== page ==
January 27 2015 Latest news:
By Emma Brennan
Tuesday, February 26, 2013
AN INJURED footballer was forced to wait more than 90 minutes in agony for an ambulance.
Now MP Tim Yeo has pledged to investigate after the player was left lying on the pitch in freezing temperatures.
Long Melford midfielder Tim Attwood fell heavily on his shoulder during the dying minutes of a Thurlow Nunn League First Division game on Saturday.
The seriousness of the injury was immediately apparent and an ambulance was called at 4.45pm. But it was 6.15pm before it arrived at the Stoneylands Stadium in New Road.
Club president Richard Kemp said they were told by a physiotherapist not to move Mr Attwood because the extent of his injuries was not known.
He added: “Tim confirmed that he thought he had dislocated his shoulder but he was in considerable pain.
“So after calling the ambulance, he was not moved and he remained on the pitch wrapped up for warmth.”
Mr Kemp said he found it “impossible to believe” that an ambulance was sent all the way from Ipswich and took more than an hour-and-a-half to get to the club.
“We have asked South Suffolk MP Tim Yeo to intervene because we all need an explanation as to how someone can be left in such a terrible state and in the freezing cold for such a long time,” he said.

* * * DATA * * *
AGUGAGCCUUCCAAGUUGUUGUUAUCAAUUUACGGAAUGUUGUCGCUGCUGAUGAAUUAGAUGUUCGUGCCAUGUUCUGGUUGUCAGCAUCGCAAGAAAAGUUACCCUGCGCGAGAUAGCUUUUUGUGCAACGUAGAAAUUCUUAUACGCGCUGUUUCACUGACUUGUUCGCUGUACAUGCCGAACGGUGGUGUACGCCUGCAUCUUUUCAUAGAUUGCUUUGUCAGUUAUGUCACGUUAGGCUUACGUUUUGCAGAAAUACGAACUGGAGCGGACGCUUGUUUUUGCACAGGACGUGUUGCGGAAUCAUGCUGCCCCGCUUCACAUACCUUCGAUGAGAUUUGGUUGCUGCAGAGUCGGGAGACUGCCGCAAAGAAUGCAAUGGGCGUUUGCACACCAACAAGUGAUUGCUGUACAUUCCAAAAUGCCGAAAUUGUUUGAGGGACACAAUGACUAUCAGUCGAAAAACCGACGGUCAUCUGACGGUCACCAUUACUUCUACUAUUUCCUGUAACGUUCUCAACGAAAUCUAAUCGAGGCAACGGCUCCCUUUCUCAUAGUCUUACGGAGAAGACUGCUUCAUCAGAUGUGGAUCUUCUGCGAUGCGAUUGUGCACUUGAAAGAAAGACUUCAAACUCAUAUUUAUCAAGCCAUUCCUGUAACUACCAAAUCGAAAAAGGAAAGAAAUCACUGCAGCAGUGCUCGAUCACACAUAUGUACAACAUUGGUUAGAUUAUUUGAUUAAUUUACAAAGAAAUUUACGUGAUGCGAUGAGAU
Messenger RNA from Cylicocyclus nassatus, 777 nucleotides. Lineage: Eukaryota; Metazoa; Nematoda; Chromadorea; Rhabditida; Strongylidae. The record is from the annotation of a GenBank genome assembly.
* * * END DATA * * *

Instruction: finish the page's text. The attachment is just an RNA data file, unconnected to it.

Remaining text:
Sudbury mayor Jack Owen, who was also at the match, added: “The ambulance service suggested that Tim should find his own way to hospital, which I find unbelievable.
“He was on the pitch covered in mud and everyone was rallying around trying to keep him warm and stable. To be left in such a predicament not knowing whether he should be moved or not was very worrying.”
Mr Yeo has said he will investigate the delay which he described as “unacceptable”.
“Long Melford is not the most remote place in the county so I share the concerns of the football club entirely,” he said.
“There has been some concern generally about ambulance response times and this is a prime example. I will certainly take this up with the ambulance trust on behalf of the people of Long Melford.”
East of England Ambulance Service spokesman Gary Sanderson confirmed that the ambulance had arrived at the scene at 6.16pm, about one hour and 30 minutes after the call.
He said: “During the call, our control room clinician advised the patient to make their own way to hospital as they had suffered no other injuries.
“The majority of calls the trust receives are not potentially life-threatening and, depending on what they are suffering, a response for the less seriously-ill person would range between 20 minutes to an hour – although of course when we dispatch an ambulance we try and get there as quickly as we can.”
He said patients were prioritised for most urgent clinical need, adding: “If Tim (Attwood) is unhappy with our response on Saturday and wishes to discuss this further, we’d welcome him to contact our Patient Advice and Liaison Service team on PALS@eastamb.nhs.uk.”
Mr Attwood was treated at West Suffolk Hospital in Bury St Edmunds and was released the following day. Last night, he was not available to comment on the incident.